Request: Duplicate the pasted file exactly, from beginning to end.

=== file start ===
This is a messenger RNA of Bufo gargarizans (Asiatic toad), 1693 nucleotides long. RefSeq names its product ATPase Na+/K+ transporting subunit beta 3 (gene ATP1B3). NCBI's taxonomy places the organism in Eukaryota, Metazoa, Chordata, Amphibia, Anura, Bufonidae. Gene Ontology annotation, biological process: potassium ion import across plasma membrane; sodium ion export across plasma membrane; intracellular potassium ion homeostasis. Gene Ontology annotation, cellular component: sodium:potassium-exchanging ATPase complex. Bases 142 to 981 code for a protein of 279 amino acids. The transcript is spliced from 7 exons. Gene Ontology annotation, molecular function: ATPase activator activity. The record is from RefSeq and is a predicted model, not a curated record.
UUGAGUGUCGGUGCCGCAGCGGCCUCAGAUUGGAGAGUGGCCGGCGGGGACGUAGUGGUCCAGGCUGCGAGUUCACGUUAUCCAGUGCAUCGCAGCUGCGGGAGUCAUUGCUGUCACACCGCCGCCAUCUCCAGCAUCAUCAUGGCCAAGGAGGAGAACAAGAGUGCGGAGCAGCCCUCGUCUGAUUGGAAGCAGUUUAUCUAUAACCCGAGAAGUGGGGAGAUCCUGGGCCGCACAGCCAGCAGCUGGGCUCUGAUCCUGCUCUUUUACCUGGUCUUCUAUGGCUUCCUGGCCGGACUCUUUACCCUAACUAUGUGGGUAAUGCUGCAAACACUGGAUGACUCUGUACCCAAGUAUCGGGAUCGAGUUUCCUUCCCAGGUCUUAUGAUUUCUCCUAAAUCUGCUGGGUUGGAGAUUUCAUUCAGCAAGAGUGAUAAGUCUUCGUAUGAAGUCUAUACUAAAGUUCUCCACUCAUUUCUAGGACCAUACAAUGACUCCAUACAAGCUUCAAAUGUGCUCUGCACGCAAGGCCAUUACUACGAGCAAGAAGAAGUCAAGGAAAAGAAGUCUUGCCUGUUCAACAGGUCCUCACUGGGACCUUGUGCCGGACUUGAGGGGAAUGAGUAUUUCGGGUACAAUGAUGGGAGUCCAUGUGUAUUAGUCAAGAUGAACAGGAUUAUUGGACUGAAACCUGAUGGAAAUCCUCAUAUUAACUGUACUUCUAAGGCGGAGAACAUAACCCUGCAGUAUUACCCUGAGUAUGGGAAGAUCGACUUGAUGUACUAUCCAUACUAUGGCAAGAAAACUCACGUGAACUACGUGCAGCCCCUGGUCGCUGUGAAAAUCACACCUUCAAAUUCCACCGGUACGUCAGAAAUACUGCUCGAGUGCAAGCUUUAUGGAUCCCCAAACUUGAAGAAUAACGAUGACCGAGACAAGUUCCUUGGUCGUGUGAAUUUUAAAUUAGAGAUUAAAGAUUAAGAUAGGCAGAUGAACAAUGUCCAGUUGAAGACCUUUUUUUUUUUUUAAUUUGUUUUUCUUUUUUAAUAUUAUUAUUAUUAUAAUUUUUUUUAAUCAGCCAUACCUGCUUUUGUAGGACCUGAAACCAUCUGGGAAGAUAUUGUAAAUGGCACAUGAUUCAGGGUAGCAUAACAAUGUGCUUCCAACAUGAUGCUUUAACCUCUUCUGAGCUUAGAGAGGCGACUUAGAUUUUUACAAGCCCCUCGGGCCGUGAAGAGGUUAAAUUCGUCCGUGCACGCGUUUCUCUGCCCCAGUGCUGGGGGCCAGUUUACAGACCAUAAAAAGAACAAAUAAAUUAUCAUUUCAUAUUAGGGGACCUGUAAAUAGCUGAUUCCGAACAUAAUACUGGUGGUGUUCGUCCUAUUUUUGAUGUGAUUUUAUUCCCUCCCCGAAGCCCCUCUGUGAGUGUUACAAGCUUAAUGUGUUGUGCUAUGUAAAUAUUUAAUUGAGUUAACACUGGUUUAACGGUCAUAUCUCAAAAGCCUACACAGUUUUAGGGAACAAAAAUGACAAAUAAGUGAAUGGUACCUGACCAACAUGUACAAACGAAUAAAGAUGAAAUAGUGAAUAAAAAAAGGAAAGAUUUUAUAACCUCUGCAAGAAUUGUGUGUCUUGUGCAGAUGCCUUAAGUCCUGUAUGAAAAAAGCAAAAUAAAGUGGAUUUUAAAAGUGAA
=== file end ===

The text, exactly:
This is a messenger RNA of Bufo gargarizans (Asiatic toad), 1693 nucleotides long. RefSeq names its product ATPase Na+/K+ transporting subunit beta 3 (gene ATP1B3). NCBI's taxonomy places the organism in Eukaryota, Metazoa, Chordata, Amphibia, Anura, Bufonidae. Gene Ontology annotation, biological process: potassium ion import across plasma membrane; sodium ion export across plasma membrane; intracellular potassium ion homeostasis. Gene Ontology annotation, cellular component: sodium:potassium-exchanging ATPase complex. Bases 142 to 981 code for a protein of 279 amino acids. The transcript is spliced from 7 exons. Gene Ontology annotation, molecular function: ATPase activator activity. The record is from RefSeq and is a predicted model, not a curated record.
UUGAGUGUCGGUGCCGCAGCGGCCUCAGAUUGGAGAGUGGCCGGCGGGGACGUAGUGGUCCAGGCUGCGAGUUCACGUUAUCCAGUGCAUCGCAGCUGCGGGAGUCAUUGCUGUCACACCGCCGCCAUCUCCAGCAUCAUCAUGGCCAAGGAGGAGAACAAGAGUGCGGAGCAGCCCUCGUCUGAUUGGAAGCAGUUUAUCUAUAACCCGAGAAGUGGGGAGAUCCUGGGCCGCACAGCCAGCAGCUGGGCUCUGAUCCUGCUCUUUUACCUGGUCUUCUAUGGCUUCCUGGCCGGACUCUUUACCCUAACUAUGUGGGUAAUGCUGCAAACACUGGAUGACUCUGUACCCAAGUAUCGGGAUCGAGUUUCCUUCCCAGGUCUUAUGAUUUCUCCUAAAUCUGCUGGGUUGGAGAUUUCAUUCAGCAAGAGUGAUAAGUCUUCGUAUGAAGUCUAUACUAAAGUUCUCCACUCAUUUCUAGGACCAUACAAUGACUCCAUACAAGCUUCAAAUGUGCUCUGCACGCAAGGCCAUUACUACGAGCAAGAAGAAGUCAAGGAAAAGAAGUCUUGCCUGUUCAACAGGUCCUCACUGGGACCUUGUGCCGGACUUGAGGGGAAUGAGUAUUUCGGGUACAAUGAUGGGAGUCCAUGUGUAUUAGUCAAGAUGAACAGGAUUAUUGGACUGAAACCUGAUGGAAAUCCUCAUAUUAACUGUACUUCUAAGGCGGAGAACAUAACCCUGCAGUAUUACCCUGAGUAUGGGAAGAUCGACUUGAUGUACUAUCCAUACUAUGGCAAGAAAACUCACGUGAACUACGUGCAGCCCCUGGUCGCUGUGAAAAUCACACCUUCAAAUUCCACCGGUACGUCAGAAAUACUGCUCGAGUGCAAGCUUUAUGGAUCCCCAAACUUGAAGAAUAACGAUGACCGAGACAAGUUCCUUGGUCGUGUGAAUUUUAAAUUAGAGAUUAAAGAUUAAGAUAGGCAGAUGAACAAUGUCCAGUUGAAGACCUUUUUUUUUUUUUAAUUUGUUUUUCUUUUUUAAUAUUAUUAUUAUUAUAAUUUUUUUUAAUCAGCCAUACCUGCUUUUGUAGGACCUGAAACCAUCUGGGAAGAUAUUGUAAAUGGCACAUGAUUCAGGGUAGCAUAACAAUGUGCUUCCAACAUGAUGCUUUAACCUCUUCUGAGCUUAGAGAGGCGACUUAGAUUUUUACAAGCCCCUCGGGCCGUGAAGAGGUUAAAUUCGUCCGUGCACGCGUUUCUCUGCCCCAGUGCUGGGGGCCAGUUUACAGACCAUAAAAAGAACAAAUAAAUUAUCAUUUCAUAUUAGGGGACCUGUAAAUAGCUGAUUCCGAACAUAAUACUGGUGGUGUUCGUCCUAUUUUUGAUGUGAUUUUAUUCCCUCCCCGAAGCCCCUCUGUGAGUGUUACAAGCUUAAUGUGUUGUGCUAUGUAAAUAUUUAAUUGAGUUAACACUGGUUUAACGGUCAUAUCUCAAAAGCCUACACAGUUUUAGGGAACAAAAAUGACAAAUAAGUGAAUGGUACCUGACCAACAUGUACAAACGAAUAAAGAUGAAAUAGUGAAUAAAAAAAGGAAAGAUUUUAUAACCUCUGCAAGAAUUGUGUGUCUUGUGCAGAUGCCUUAAGUCCUGUAUGAAAAAAGCAAAAUAAAGUGGAUUUUAAAAGUGAA